Men are saved to fulfill the Scriptures. “Therefore the redeemed of the Lord shall return and come to Zion,” is a prophecy that must be fulfilled; but for it to be fulfilled, the redeemed of the Lord must return and come to Zion. This prophecy cannot be satisfied as long as one for whom Christ died, is away from Zion. “All that the Father giveth me shall come unto me,” saith the Son. The righteousness, wisdom, power and grace of God are all engaged to fulfill these words, therefore there is no power or contingency that can ever interfere with the timely and triumphant victory of all the election of grace over every enemy. On the day of Pentecost, when that great number of people cried out, “Men and brethren what shall we do?” was exemplified in the fulfillment of prophecy. A great number of these men were Jews, those who only a few days before had crucified the Son of God with wicked hands; they had spit upon him, had called him Beelzebub, the prince of devils; and to express their resolution never to repent, they said, “Let his blood to upon us and our children.” But their obduracy could not holdout. God’s prophecy must be fulfilled. The redeemed of the Lord must return and come to Zion. When Abel offered unto the Lord a more excellent sacrifice than Cain, this prophecy lay at the root of the matter. In the days of Seth, when men began to call upon the name of the Lord, the words of the prophet, “Therefore the redeemed of the Lord shall return and come to Zion,” was being fulfilled in them. One might say that this prophecy had not been written in the days of Seth. It had not been written upon parchment, but it had been written in the book of God’s decrees, and experienced in the hearts and consciences of men. All the prophesies of Jehovah are from eternity, and are yea and amen in Christ. Every poor pilgrim, whose anxious heart and weary footsteps seek that city whose builder and maker is God, is upheld, forwarded and guided on his journey by the immutable decree that the redeemed of the Lord shall return and come to Zion; and through the certain fulfillment of God’s word, he shall reach the holy city and rest forever in her sacred palaces.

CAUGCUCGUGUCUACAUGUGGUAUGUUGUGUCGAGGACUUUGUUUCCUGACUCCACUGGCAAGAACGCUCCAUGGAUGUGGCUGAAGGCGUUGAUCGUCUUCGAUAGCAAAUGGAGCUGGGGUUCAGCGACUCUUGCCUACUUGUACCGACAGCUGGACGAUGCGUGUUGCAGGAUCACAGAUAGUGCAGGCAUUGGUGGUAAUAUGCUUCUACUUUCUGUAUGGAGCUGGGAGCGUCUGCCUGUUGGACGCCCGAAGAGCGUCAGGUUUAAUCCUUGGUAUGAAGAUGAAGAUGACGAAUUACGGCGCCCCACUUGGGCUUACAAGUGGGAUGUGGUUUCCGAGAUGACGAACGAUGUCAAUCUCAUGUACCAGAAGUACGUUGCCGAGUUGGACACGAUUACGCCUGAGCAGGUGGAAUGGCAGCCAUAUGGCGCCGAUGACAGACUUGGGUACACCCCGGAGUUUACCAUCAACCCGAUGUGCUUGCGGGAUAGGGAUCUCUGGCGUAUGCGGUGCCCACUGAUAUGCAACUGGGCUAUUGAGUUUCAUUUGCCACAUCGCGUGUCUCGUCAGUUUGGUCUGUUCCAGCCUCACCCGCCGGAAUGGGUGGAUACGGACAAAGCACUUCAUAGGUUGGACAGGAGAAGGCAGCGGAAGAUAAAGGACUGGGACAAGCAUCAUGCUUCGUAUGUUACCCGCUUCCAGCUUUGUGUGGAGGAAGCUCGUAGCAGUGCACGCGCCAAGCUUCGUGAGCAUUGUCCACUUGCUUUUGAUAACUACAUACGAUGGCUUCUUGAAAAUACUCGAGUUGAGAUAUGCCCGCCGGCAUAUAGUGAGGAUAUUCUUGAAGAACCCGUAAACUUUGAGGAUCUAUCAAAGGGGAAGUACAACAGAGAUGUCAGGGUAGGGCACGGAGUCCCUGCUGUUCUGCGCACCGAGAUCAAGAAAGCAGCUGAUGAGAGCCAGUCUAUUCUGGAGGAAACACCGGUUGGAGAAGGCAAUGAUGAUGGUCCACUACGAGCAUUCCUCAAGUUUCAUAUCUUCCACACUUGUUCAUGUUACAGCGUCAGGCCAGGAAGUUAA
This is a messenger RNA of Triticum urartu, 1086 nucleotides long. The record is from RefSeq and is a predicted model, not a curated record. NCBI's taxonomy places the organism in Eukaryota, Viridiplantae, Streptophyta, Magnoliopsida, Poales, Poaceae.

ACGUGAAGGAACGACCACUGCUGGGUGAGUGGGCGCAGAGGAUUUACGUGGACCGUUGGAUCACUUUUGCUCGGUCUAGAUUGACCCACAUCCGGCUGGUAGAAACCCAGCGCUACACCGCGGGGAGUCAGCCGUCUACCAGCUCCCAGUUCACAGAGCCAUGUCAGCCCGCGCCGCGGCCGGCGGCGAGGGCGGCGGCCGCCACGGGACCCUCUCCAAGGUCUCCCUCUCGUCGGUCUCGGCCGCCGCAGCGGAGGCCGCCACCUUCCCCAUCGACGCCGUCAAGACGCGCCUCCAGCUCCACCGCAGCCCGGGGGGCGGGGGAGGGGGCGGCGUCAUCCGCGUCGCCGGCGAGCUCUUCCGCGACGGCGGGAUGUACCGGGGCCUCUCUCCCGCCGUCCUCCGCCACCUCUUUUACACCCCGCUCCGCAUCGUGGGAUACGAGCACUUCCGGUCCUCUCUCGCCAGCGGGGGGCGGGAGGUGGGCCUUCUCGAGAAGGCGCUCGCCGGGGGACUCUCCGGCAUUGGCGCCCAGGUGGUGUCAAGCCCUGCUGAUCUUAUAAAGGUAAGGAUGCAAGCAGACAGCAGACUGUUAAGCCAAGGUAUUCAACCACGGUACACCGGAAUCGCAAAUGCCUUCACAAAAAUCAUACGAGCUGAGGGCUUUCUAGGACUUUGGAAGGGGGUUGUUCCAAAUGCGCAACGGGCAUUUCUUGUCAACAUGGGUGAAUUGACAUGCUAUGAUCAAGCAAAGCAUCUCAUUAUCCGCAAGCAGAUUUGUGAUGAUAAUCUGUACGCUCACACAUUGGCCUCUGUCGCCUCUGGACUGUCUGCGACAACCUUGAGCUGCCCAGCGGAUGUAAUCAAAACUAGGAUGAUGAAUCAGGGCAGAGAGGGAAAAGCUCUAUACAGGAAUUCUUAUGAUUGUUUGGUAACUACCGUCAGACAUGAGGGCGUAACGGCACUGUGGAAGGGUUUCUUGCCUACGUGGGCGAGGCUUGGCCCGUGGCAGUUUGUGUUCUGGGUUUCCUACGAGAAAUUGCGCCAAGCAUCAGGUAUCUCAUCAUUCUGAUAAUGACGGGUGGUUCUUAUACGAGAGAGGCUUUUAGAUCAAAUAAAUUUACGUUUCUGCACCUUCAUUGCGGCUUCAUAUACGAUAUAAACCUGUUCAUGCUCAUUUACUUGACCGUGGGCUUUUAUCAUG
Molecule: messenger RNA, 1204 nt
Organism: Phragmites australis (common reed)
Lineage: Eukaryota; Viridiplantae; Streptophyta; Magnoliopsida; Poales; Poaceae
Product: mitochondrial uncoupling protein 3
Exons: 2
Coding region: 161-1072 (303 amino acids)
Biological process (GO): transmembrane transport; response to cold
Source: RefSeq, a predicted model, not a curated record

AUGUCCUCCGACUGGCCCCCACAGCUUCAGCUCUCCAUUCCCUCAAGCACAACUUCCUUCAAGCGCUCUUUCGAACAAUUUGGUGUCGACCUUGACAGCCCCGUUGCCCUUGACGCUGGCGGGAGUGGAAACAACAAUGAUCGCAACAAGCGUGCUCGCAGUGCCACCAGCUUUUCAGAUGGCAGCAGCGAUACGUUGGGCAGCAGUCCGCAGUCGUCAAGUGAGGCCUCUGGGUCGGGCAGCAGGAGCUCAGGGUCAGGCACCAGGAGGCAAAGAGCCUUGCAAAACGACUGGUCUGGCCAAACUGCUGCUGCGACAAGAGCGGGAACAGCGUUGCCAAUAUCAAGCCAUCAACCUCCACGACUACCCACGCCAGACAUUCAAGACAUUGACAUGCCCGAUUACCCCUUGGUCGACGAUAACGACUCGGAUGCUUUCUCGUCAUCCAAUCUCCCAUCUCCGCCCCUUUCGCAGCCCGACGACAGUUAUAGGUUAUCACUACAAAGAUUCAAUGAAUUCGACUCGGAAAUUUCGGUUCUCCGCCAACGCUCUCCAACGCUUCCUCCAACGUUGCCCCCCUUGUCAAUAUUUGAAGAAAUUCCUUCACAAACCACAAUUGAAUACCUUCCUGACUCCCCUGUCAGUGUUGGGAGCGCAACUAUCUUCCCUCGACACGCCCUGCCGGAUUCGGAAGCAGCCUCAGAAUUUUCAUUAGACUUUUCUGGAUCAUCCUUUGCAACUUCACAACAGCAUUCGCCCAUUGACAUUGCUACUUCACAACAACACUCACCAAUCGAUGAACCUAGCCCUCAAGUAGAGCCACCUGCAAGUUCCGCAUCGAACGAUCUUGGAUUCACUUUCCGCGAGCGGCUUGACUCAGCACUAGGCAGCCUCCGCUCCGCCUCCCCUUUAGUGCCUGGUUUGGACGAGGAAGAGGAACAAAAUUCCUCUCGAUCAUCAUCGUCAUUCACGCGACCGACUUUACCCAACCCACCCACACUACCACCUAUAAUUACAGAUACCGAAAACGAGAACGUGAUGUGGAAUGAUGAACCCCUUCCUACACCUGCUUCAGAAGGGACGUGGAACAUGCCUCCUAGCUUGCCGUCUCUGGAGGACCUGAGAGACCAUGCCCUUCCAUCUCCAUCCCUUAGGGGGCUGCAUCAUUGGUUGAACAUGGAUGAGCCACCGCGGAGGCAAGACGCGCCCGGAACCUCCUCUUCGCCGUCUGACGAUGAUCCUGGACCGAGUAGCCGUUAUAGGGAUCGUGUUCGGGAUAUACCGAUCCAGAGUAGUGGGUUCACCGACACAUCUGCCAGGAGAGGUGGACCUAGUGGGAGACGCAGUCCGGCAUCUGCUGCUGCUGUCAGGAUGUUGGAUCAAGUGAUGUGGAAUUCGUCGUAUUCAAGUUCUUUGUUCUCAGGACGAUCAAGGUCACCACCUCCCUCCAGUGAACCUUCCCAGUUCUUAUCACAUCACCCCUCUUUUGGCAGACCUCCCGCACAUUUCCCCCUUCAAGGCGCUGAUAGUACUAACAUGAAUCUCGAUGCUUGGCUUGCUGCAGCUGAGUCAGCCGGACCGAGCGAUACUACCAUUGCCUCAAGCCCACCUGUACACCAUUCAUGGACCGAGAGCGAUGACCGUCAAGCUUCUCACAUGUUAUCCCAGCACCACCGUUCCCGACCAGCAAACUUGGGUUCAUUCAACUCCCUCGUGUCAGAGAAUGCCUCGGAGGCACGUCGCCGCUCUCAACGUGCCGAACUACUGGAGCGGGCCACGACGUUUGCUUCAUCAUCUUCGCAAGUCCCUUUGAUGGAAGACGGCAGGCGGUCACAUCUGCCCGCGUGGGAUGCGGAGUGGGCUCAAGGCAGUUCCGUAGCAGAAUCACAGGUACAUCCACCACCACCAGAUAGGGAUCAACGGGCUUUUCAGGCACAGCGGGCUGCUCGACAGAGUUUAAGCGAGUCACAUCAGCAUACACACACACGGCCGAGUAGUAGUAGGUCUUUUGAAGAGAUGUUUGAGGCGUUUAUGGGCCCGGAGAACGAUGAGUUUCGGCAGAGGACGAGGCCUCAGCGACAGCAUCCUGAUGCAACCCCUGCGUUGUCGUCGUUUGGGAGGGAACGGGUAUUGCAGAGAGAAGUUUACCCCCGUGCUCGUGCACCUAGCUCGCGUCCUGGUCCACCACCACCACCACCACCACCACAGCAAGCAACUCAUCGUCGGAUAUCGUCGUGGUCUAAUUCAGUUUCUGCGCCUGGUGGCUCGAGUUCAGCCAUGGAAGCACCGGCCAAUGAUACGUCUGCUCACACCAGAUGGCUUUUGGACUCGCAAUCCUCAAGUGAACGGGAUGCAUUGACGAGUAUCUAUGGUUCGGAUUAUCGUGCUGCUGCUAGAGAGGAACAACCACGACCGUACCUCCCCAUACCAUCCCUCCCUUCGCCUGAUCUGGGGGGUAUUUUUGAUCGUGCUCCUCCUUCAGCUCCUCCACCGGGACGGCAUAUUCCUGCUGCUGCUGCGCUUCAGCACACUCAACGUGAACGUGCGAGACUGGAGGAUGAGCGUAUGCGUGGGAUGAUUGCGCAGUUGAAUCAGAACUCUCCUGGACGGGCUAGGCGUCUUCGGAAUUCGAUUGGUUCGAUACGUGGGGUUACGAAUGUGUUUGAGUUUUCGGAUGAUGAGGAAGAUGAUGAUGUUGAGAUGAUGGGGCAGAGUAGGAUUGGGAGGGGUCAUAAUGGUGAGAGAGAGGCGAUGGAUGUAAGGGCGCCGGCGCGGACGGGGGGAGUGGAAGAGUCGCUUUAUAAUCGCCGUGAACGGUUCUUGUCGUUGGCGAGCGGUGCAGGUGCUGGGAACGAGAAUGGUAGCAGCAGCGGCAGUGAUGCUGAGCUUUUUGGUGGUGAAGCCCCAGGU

Men are lost to fulfill the Scriptures. Is this a hard saying? Can you not hear it? I am not responsible for the saying, however hard it may appear to be. The Saviour said to the Father in speaking of the twelve, “All of them have I kept, and none of them is lost but the son of perdition, that the Scriptures might be fulfilled.” John 16:12. Had Judas not been lost, the Scriptures would have been broken. The thoughtless and presumptuous man would say, If Judas had to do what he did, he would have been exempt from crime; he would have had no sin. Upon what ground would he have been without sin? What law would exempt him? According to whose judgment would he be innocent? State the law and name the judge, and if it be the law of God and God himself be the judge, then I will agree that the conclusion is the correct one. Jesus, who is himself the embodiment of all law, and the judge both of the living and dead, said with regard to this matter in reply to Pilate, “Thou couldst have no power at all against me except it were given thee from above; therefore he that delivered me unto thee hath the greater sin.” Instead of the judgment of Christ in this matter concurring with the judgment of men, that under such circumstances a man would be without sin, he declared that for this very reason, he had the greater sin. Here is a question of responsibility for some of the champions of that cause to settle. And here is another one: Christ said to the Jews, “Behold, I send unto you prophets, and wise men, and scribes; and some of them ye shall kill and crucify; and some of them shall ye scourge in your synagogues, and persecute from city to city, that upon you may come all the righteous blood shed upon the earth, from the blood of righteous Abel unto the blood of righteous Zacharias, whom ye slew between the temple and the altar.” Matt.23:34,35. The Saviour here declares that these men should fill up the measures of their fathers. He also designates the crimes that they should commit in order to do this, not only generic crime but specific crimes; and the end to be answered thereby was that upon them might come all the righteous blood that had been shed upon the earth, from the blood of Abel to the blood of their most recent victim.